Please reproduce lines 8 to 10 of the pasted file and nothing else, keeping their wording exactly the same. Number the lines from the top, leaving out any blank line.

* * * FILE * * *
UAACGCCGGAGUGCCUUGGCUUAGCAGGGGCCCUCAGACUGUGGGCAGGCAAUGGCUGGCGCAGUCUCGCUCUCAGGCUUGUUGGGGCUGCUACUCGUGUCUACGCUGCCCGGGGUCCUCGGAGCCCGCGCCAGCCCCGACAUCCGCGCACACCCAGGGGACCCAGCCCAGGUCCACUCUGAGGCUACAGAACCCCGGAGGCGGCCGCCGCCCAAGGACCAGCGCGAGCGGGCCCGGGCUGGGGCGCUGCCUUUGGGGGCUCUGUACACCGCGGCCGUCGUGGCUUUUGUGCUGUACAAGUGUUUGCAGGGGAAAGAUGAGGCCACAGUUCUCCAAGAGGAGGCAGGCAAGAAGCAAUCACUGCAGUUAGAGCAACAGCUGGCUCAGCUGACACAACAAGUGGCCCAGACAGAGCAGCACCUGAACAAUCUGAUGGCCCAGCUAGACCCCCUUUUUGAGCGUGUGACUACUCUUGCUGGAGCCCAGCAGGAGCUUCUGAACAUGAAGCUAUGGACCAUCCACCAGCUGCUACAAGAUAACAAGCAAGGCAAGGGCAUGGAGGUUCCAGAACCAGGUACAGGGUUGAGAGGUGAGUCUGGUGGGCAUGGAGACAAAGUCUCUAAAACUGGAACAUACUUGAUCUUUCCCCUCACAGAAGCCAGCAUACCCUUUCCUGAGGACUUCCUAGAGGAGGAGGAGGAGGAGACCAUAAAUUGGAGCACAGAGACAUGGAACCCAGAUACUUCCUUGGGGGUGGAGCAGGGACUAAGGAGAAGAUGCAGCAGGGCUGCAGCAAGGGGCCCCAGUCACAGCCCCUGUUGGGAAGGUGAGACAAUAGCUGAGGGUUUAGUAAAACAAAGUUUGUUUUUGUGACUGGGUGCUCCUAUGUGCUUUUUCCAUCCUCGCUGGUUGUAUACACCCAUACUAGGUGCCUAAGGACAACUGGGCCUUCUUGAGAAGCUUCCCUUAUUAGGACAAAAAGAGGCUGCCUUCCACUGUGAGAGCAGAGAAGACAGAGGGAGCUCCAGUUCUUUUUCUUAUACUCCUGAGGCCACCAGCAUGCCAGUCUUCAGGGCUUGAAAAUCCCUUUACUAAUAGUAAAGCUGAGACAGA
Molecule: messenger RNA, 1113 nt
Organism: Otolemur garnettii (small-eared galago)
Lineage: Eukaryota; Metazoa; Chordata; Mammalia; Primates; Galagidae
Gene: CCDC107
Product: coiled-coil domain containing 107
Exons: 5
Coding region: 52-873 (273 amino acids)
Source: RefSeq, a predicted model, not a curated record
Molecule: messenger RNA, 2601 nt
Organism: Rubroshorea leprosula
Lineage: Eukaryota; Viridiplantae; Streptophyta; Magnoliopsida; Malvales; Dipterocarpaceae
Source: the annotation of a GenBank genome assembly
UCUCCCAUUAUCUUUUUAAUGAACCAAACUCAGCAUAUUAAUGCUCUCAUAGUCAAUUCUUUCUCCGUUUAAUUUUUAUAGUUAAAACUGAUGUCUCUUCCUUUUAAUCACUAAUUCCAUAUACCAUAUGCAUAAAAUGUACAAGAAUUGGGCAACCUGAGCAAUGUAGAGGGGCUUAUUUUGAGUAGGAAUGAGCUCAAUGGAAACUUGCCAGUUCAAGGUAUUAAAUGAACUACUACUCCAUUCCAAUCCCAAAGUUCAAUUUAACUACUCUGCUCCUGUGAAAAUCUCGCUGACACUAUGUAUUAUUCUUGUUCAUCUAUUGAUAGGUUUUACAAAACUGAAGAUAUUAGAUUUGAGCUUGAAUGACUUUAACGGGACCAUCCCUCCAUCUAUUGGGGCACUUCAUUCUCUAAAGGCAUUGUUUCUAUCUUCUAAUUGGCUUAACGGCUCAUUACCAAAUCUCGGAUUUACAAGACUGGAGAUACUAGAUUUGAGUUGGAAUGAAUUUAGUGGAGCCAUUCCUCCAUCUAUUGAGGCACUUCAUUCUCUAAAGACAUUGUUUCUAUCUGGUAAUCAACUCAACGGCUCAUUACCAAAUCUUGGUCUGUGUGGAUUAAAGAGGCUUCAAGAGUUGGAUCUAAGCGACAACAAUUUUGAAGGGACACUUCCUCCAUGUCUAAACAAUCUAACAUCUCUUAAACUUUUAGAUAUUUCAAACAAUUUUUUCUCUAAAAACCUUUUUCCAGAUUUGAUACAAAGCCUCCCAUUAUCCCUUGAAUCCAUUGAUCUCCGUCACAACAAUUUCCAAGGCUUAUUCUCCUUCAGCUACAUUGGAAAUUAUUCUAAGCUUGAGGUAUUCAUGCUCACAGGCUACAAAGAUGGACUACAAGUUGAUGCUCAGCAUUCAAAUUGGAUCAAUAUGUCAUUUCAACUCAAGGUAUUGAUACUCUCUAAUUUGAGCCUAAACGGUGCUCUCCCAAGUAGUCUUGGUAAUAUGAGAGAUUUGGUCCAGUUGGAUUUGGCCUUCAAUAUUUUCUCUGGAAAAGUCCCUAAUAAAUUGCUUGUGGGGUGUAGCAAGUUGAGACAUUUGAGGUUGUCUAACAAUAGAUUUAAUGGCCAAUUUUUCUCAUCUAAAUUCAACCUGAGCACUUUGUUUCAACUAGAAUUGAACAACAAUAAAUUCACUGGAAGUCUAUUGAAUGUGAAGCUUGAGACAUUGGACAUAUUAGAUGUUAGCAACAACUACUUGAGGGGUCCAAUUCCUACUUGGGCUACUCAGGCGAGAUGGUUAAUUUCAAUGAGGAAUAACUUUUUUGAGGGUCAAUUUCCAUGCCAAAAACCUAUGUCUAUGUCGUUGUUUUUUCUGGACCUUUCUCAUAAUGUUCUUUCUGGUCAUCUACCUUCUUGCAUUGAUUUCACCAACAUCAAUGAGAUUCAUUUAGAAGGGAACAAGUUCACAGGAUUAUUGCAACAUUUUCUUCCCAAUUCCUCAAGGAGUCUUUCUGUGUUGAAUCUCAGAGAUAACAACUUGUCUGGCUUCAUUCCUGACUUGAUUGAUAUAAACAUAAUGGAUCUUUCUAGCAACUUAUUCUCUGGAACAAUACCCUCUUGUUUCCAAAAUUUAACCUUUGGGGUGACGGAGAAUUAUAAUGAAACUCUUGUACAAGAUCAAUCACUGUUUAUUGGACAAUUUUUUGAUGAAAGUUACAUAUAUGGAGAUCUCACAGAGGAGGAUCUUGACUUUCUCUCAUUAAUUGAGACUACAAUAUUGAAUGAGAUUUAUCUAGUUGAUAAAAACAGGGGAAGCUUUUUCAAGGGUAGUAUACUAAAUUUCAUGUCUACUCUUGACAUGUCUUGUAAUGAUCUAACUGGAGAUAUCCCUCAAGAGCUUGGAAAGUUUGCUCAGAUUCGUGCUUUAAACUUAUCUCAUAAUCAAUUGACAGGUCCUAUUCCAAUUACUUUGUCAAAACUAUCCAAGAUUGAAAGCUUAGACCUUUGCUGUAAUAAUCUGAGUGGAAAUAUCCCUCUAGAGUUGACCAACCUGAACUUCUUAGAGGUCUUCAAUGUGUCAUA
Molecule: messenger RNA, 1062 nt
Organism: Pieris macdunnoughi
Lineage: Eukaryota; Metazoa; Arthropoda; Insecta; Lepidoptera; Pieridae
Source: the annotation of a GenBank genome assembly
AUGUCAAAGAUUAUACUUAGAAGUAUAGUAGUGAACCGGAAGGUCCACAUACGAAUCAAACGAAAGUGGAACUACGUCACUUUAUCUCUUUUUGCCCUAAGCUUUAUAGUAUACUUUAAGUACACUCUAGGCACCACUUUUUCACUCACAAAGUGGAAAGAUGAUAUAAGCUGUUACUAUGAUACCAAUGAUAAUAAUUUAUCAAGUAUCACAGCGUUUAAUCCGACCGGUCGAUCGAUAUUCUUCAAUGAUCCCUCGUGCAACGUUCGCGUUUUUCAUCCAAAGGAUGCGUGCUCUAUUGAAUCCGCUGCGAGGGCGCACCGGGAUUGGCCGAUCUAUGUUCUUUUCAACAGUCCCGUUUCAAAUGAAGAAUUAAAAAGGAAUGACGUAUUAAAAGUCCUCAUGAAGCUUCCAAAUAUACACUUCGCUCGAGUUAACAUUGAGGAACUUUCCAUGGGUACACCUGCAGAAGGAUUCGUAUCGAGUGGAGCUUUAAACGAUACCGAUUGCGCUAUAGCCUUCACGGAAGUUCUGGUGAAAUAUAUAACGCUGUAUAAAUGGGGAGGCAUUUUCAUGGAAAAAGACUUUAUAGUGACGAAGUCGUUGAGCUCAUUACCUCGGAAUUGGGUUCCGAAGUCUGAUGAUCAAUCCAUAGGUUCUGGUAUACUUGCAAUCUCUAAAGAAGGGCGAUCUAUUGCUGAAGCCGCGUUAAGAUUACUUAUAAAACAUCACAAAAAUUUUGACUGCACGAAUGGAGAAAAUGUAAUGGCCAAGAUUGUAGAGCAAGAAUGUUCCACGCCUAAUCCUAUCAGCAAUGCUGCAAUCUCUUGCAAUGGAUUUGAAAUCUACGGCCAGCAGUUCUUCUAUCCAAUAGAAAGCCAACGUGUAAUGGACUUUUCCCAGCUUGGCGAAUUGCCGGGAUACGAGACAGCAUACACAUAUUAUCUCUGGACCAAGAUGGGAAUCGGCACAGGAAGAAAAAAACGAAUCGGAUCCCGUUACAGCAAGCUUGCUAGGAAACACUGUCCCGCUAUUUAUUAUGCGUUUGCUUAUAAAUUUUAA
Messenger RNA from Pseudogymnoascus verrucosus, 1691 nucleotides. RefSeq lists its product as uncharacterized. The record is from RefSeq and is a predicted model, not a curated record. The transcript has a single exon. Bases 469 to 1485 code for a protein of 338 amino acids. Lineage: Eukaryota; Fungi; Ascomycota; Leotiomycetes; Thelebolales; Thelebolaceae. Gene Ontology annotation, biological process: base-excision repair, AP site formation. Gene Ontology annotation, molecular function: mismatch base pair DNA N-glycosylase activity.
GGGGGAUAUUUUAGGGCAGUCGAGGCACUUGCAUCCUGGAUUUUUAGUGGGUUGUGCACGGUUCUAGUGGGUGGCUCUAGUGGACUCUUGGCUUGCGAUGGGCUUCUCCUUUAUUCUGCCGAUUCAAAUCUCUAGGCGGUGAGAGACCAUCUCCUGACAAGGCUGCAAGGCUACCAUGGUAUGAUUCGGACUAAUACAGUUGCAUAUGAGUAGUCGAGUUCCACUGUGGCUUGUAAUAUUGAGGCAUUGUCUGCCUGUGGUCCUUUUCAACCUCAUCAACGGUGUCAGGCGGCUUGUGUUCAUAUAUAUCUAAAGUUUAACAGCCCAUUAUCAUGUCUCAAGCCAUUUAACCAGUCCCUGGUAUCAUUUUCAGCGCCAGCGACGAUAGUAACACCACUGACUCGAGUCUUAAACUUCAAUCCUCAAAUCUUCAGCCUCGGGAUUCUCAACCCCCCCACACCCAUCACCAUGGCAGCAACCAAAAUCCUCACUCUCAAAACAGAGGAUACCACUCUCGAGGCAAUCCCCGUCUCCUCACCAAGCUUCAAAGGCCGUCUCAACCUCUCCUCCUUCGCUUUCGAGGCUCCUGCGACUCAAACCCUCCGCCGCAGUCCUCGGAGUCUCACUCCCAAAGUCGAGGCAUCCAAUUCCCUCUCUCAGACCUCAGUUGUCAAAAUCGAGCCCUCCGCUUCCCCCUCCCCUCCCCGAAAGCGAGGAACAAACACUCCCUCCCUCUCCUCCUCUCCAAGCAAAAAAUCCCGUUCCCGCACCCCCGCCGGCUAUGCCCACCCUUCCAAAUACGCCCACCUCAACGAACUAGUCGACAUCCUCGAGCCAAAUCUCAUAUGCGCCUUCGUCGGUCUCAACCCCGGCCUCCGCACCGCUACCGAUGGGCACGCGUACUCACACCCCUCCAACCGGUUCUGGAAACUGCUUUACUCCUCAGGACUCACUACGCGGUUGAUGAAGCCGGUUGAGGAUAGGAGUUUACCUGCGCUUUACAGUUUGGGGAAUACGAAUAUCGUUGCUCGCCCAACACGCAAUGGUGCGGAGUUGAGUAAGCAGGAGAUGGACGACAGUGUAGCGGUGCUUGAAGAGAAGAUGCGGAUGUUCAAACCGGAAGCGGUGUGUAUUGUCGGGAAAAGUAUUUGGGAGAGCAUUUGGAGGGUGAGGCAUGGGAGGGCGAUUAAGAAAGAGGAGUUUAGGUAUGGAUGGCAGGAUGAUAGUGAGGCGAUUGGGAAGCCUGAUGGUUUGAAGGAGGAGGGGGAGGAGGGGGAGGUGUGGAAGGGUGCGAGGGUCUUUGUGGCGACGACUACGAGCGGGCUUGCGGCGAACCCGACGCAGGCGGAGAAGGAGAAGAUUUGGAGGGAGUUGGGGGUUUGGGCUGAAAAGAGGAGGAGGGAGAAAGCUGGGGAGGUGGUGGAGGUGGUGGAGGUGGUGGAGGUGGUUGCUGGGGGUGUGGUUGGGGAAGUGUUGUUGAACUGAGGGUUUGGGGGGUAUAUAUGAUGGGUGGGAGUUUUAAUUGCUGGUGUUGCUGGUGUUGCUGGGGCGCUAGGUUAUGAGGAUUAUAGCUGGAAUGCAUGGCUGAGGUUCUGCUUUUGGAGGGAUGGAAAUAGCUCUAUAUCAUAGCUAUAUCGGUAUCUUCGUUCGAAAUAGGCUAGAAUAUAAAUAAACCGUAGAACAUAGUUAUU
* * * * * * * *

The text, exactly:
Coding region: 52-873 (273 amino acids)
Source: RefSeq, a predicted model, not a curated record
Molecule: messenger RNA, 2601 nt